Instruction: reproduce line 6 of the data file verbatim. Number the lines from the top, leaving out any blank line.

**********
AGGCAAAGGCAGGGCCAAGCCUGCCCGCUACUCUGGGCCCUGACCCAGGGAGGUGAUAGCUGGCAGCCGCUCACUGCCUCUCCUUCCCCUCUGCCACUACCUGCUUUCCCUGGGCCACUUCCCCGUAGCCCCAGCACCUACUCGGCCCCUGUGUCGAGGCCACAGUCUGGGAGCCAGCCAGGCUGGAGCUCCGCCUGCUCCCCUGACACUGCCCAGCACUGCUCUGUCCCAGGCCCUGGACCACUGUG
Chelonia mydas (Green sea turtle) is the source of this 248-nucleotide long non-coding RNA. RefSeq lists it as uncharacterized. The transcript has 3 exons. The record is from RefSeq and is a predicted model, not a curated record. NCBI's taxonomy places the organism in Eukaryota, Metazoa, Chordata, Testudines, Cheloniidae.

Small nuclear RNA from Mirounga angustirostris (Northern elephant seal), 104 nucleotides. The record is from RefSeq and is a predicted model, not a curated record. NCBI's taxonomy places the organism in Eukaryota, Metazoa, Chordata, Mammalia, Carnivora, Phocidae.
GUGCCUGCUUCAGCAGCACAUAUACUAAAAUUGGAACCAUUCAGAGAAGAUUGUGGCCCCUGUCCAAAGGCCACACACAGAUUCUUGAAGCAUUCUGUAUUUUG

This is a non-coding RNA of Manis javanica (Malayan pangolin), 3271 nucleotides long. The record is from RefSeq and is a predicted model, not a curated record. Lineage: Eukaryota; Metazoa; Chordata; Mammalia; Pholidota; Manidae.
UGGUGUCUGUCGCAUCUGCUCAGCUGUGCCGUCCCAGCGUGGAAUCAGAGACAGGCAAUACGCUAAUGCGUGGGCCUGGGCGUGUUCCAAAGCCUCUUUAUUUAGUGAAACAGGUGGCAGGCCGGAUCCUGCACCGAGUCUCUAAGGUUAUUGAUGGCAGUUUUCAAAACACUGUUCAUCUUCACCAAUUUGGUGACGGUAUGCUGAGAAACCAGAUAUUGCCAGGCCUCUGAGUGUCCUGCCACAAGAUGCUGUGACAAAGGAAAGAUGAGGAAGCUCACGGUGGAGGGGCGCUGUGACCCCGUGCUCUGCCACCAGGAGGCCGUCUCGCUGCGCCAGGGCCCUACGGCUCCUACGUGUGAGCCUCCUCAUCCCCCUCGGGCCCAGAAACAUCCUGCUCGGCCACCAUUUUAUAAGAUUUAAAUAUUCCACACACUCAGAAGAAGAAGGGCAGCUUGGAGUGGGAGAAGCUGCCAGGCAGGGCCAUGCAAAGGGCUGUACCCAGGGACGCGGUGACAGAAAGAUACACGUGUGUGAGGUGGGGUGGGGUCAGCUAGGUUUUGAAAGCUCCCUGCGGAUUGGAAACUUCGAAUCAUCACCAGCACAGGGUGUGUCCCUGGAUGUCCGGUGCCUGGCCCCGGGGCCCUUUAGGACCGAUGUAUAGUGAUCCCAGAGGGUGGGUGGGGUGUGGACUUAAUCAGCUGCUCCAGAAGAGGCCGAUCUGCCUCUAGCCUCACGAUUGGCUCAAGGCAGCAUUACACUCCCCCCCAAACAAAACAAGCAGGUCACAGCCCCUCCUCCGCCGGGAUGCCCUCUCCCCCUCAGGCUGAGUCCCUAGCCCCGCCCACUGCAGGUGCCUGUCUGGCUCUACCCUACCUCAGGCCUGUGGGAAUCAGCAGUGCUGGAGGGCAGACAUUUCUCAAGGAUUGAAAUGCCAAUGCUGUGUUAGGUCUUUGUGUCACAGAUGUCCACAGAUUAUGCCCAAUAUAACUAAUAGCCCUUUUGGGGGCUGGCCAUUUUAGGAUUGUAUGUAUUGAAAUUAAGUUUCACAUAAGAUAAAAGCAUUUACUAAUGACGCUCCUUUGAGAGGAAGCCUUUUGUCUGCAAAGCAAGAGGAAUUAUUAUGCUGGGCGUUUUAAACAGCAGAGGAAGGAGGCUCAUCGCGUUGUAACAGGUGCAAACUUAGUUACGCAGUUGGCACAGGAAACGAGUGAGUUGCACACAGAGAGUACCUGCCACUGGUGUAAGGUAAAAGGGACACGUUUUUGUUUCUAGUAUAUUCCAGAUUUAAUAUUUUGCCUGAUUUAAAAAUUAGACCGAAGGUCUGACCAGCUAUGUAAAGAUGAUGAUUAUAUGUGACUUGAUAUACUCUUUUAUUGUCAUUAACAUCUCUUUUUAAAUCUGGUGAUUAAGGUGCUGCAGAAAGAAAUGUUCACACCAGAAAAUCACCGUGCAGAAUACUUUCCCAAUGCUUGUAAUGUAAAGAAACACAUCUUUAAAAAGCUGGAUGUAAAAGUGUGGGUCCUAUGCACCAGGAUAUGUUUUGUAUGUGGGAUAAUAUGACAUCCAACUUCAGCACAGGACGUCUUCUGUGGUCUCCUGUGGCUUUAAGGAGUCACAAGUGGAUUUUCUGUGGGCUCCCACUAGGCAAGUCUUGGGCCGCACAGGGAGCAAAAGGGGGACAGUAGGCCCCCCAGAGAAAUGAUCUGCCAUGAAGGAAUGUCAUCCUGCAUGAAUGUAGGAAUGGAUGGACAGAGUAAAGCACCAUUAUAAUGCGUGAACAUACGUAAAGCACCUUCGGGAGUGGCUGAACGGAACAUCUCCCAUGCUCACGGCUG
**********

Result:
UGGUGUCUGUCGCAUCUGCUCAGCUGUGCCGUCCCAGCGUGGAAUCAGAGACAGGCAAUACGCUAAUGCGUGGGCCUGGGCGUGUUCCAAAGCCUCUUUAUUUAGUGAAACAGGUGGCAGGCCGGAUCCUGCACCGAGUCUCUAAGGUUAUUGAUGGCAGUUUUCAAAACACUGUUCAUCUUCACCAAUUUGGUGACGGUAUGCUGAGAAACCAGAUAUUGCCAGGCCUCUGAGUGUCCUGCCACAAGAUGCUGUGACAAAGGAAAGAUGAGGAAGCUCACGGUGGAGGGGCGCUGUGACCCCGUGCUCUGCCACCAGGAGGCCGUCUCGCUGCGCCAGGGCCCUACGGCUCCUACGUGUGAGCCUCCUCAUCCCCCUCGGGCCCAGAAACAUCCUGCUCGGCCACCAUUUUAUAAGAUUUAAAUAUUCCACACACUCAGAAGAAGAAGGGCAGCUUGGAGUGGGAGAAGCUGCCAGGCAGGGCCAUGCAAAGGGCUGUACCCAGGGACGCGGUGACAGAAAGAUACACGUGUGUGAGGUGGGGUGGGGUCAGCUAGGUUUUGAAAGCUCCCUGCGGAUUGGAAACUUCGAAUCAUCACCAGCACAGGGUGUGUCCCUGGAUGUCCGGUGCCUGGCCCCGGGGCCCUUUAGGACCGAUGUAUAGUGAUCCCAGAGGGUGGGUGGGGUGUGGACUUAAUCAGCUGCUCCAGAAGAGGCCGAUCUGCCUCUAGCCUCACGAUUGGCUCAAGGCAGCAUUACACUCCCCCCCAAACAAAACAAGCAGGUCACAGCCCCUCCUCCGCCGGGAUGCCCUCUCCCCCUCAGGCUGAGUCCCUAGCCCCGCCCACUGCAGGUGCCUGUCUGGCUCUACCCUACCUCAGGCCUGUGGGAAUCAGCAGUGCUGGAGGGCAGACAUUUCUCAAGGAUUGAAAUGCCAAUGCUGUGUUAGGUCUUUGUGUCACAGAUGUCCACAGAUUAUGCCCAAUAUAACUAAUAGCCCUUUUGGGGGCUGGCCAUUUUAGGAUUGUAUGUAUUGAAAUUAAGUUUCACAUAAGAUAAAAGCAUUUACUAAUGACGCUCCUUUGAGAGGAAGCCUUUUGUCUGCAAAGCAAGAGGAAUUAUUAUGCUGGGCGUUUUAAACAGCAGAGGAAGGAGGCUCAUCGCGUUGUAACAGGUGCAAACUUAGUUACGCAGUUGGCACAGGAAACGAGUGAGUUGCACACAGAGAGUACCUGCCACUGGUGUAAGGUAAAAGGGACACGUUUUUGUUUCUAGUAUAUUCCAGAUUUAAUAUUUUGCCUGAUUUAAAAAUUAGACCGAAGGUCUGACCAGCUAUGUAAAGAUGAUGAUUAUAUGUGACUUGAUAUACUCUUUUAUUGUCAUUAACAUCUCUUUUUAAAUCUGGUGAUUAAGGUGCUGCAGAAAGAAAUGUUCACACCAGAAAAUCACCGUGCAGAAUACUUUCCCAAUGCUUGUAAUGUAAAGAAACACAUCUUUAAAAAGCUGGAUGUAAAAGUGUGGGUCCUAUGCACCAGGAUAUGUUUUGUAUGUGGGAUAAUAUGACAUCCAACUUCAGCACAGGACGUCUUCUGUGGUCUCCUGUGGCUUUAAGGAGUCACAAGUGGAUUUUCUGUGGGCUCCCACUAGGCAAGUCUUGGGCCGCACAGGGAGCAAAAGGGGGACAGUAGGCCCCCCAGAGAAAUGAUCUGCCAUGAAGGAAUGUCAUCCUGCAUGAAUGUAGGAAUGGAUGGACAGAGUAAAGCACCAUUAUAAUGCGUGAACAUACGUAAAGCACCUUCGGGAGUGGCUGAACGGAACAUCUCCCAUGCUCACGGCUG